Two suspected terrorists have been killed and a third arrested in a shoot-out with police in Belgium, prosecutors said last night.
The shoot-out in the town of Verviers, close to the German border, broke out as police mounted a series of raids amid fears an “operational cell” was about to mount a major terrorist attack.
A spokesman for the Belgian Federal Prosecutor said they had been investigating a group involving individuals who had recently returned from Syria.
“During the search warrants in Verviers, certain suspects immediately opened fire with automatic weapons,” Eric Van der Sypt said. “They opened fire for several minutes before being neutralised. Two of the suspects were killed. A third one has been arrested.”
With the investigation still ongoing, the Belgium authorities said the country’s terror alert was being raised to its second highest level.
The incident comes just a week after Islamist terrorists in neighbouring France killed 17 people in attacks on the satirical magazine Charlie Hebdo and a kosher supermarket in Paris.
Van der Sypt said there was no link at this stage to the events in the French capital. The Belgian authorities believe the suspects were planning to target police buildings in attacks which could have been carried out in a matter of days — or even hours.
Eyewitnesses to the raid described hearing a series of explosions followed by rapid fire.
Marylou Fletcher told the BBC: “We were going back from shopping and saw the police cars. We thought there was an accident then we heard something blowing up.
“We started running but did not understand what had happened. There was a lot of gunshots. My children cried. They are just terrified.”
The area around the train station at Verviers was cordoned off and there was a heavy police presence in the town centre.
Van der Sypt said police had been acting on a series of around 10 warrants relating to locations in Verviers and Brussels issued by a magistrate who specialises in terrorism cases.
The raid was carried out with the support of Belgian security services and “police special forces”, he said. No police or members of the public were injured.
Earlier, the Belgian authorities said they were looking into possible links between a man arrested in the southern city of Charleroi for illegal arms dealing and Amedy Coulibaly, the gunman who killed four people in a Paris kosher market last week.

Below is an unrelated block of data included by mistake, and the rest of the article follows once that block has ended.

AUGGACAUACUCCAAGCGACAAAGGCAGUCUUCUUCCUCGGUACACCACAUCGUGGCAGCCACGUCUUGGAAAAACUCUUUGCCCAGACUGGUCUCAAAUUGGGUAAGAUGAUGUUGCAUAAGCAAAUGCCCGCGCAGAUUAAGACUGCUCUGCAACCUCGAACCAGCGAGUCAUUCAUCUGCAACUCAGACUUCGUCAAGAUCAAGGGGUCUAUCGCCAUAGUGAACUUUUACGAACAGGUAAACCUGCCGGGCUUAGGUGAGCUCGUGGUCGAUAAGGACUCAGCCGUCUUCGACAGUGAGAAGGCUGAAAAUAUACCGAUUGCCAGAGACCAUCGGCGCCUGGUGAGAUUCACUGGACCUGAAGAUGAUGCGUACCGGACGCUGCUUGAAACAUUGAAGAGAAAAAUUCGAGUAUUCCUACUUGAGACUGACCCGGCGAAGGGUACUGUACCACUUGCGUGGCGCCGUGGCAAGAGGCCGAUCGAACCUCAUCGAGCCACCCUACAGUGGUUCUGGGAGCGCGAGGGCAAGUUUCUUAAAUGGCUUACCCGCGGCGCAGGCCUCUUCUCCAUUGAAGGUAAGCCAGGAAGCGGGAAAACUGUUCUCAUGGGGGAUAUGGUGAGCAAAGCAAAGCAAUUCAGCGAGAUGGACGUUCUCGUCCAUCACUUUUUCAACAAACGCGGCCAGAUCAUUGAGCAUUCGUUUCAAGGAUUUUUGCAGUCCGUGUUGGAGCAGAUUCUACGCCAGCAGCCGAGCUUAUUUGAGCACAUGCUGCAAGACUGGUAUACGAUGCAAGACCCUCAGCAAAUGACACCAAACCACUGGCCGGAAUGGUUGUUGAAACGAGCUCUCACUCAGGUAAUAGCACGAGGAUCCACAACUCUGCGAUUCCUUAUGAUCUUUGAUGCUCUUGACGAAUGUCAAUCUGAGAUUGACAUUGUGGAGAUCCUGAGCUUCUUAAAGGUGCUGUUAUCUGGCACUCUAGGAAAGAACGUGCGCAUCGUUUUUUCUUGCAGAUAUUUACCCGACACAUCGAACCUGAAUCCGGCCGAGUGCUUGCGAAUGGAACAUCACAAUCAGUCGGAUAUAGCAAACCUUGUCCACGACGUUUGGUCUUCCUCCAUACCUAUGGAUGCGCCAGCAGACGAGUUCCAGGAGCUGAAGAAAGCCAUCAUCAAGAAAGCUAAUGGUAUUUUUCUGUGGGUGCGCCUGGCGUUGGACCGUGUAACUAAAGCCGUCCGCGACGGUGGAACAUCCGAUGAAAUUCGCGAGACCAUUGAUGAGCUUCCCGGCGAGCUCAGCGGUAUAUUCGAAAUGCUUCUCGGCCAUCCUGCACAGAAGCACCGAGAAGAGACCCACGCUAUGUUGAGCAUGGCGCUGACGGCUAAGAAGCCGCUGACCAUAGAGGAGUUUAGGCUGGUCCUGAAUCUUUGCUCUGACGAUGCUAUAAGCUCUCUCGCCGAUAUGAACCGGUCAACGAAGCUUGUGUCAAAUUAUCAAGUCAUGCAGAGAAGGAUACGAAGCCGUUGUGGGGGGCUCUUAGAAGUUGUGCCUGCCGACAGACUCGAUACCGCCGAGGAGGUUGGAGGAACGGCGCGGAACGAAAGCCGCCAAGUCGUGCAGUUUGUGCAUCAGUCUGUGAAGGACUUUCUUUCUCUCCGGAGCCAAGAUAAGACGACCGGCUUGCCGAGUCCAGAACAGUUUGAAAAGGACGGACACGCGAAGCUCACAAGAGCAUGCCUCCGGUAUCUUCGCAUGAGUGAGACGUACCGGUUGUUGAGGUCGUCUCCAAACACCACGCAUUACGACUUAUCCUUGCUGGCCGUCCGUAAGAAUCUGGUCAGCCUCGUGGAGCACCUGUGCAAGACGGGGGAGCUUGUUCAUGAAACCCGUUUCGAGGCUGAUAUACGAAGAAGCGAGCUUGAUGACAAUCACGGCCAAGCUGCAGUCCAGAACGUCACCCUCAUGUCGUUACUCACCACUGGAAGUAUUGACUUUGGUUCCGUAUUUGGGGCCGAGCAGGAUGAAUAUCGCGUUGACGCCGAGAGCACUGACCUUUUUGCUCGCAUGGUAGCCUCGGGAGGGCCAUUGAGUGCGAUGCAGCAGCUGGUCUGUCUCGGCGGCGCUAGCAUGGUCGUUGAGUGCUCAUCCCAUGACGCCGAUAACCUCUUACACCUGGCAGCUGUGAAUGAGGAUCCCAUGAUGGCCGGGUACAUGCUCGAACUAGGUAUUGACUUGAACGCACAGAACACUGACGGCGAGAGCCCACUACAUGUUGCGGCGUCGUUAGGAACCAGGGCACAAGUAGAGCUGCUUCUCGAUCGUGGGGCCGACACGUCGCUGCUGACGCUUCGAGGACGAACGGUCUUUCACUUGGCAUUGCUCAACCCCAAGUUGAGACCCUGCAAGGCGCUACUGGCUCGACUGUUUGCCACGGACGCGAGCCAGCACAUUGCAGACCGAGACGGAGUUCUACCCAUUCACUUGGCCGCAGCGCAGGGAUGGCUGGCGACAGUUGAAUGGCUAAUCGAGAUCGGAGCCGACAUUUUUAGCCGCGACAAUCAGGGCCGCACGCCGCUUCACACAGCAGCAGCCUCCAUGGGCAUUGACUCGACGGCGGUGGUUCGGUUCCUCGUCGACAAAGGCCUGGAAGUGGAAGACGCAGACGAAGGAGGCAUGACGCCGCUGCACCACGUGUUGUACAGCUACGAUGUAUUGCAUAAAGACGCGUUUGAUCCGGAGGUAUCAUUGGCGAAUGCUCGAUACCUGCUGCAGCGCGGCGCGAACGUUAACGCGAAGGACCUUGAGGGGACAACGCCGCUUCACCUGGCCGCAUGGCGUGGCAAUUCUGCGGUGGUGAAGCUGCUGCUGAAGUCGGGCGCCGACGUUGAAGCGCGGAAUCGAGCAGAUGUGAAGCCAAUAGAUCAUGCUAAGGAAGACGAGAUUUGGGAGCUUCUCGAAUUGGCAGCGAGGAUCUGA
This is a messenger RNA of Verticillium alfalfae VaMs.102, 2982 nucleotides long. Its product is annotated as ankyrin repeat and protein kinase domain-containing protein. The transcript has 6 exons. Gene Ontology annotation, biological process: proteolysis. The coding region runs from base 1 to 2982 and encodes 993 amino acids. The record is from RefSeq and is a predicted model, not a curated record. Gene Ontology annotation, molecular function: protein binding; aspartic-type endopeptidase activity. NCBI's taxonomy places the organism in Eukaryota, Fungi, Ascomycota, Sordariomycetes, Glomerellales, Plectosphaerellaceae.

Meanwhile, President François Hollande assured Muslims in France and abroad his country respected them and their religion but would not compromise its commitment to freedom and democracy.
He told a meeting at the Institute of the Arab World in Paris that Muslims were “the first victims of fanaticism, fundamentalism and intolerance”.
His speech struck a careful balance between France’s commitment to protect its 5m-strong Muslim minority, Europe’s largest, and to uphold the principle of free speech even for caricatures that Muslims find offensive.
French Muslims have reported dozens of attacks on mosques since Islamist gunmen targeted satirical journal Charlie Hebdo last week. Authorities in several Middle East countries have denounced the newspaper’s decision to print more cartoons of the Prophet Mohammad in its first post-attack edition on Wednesday.
“Islam is compatible with democracy and we should refuse any confusion [about this],” Hollande said at the Institute, where the slogan ‘Nous Somme Tous Charlie’ (‘We are all Charlie’) was written in French and Arabic on the walls.
“French of the Muslim faith have the same rights and duties as all citizens,” he said, and should be “protected and respected, as they should respect the republic”.
Also yesterday, the French military’s cyber defence specialist reported a surge of hacking against 19,000 French websites in the past four days, mostly denial of service attacks. Websites of all kinds were affected.
“This is the response to last Sunday’s march by people who do not share our values, ranging from shocked believers to hardened terrorists,” Vice-Admiral Arnaud Coustilliere told journalists, referring to a mass protest march led by Hollande and more than 40 world leaders.
Hollande also addressed the Arab world, saying: “France is a friend, but it is a country that has rules, principles and values. One of them is not negotiable — freedom and democracy.”
He said Paris would propose new measures to reinforce co-operation between Europe and Arab states around the Mediterranean, including letting more Arab students study in France.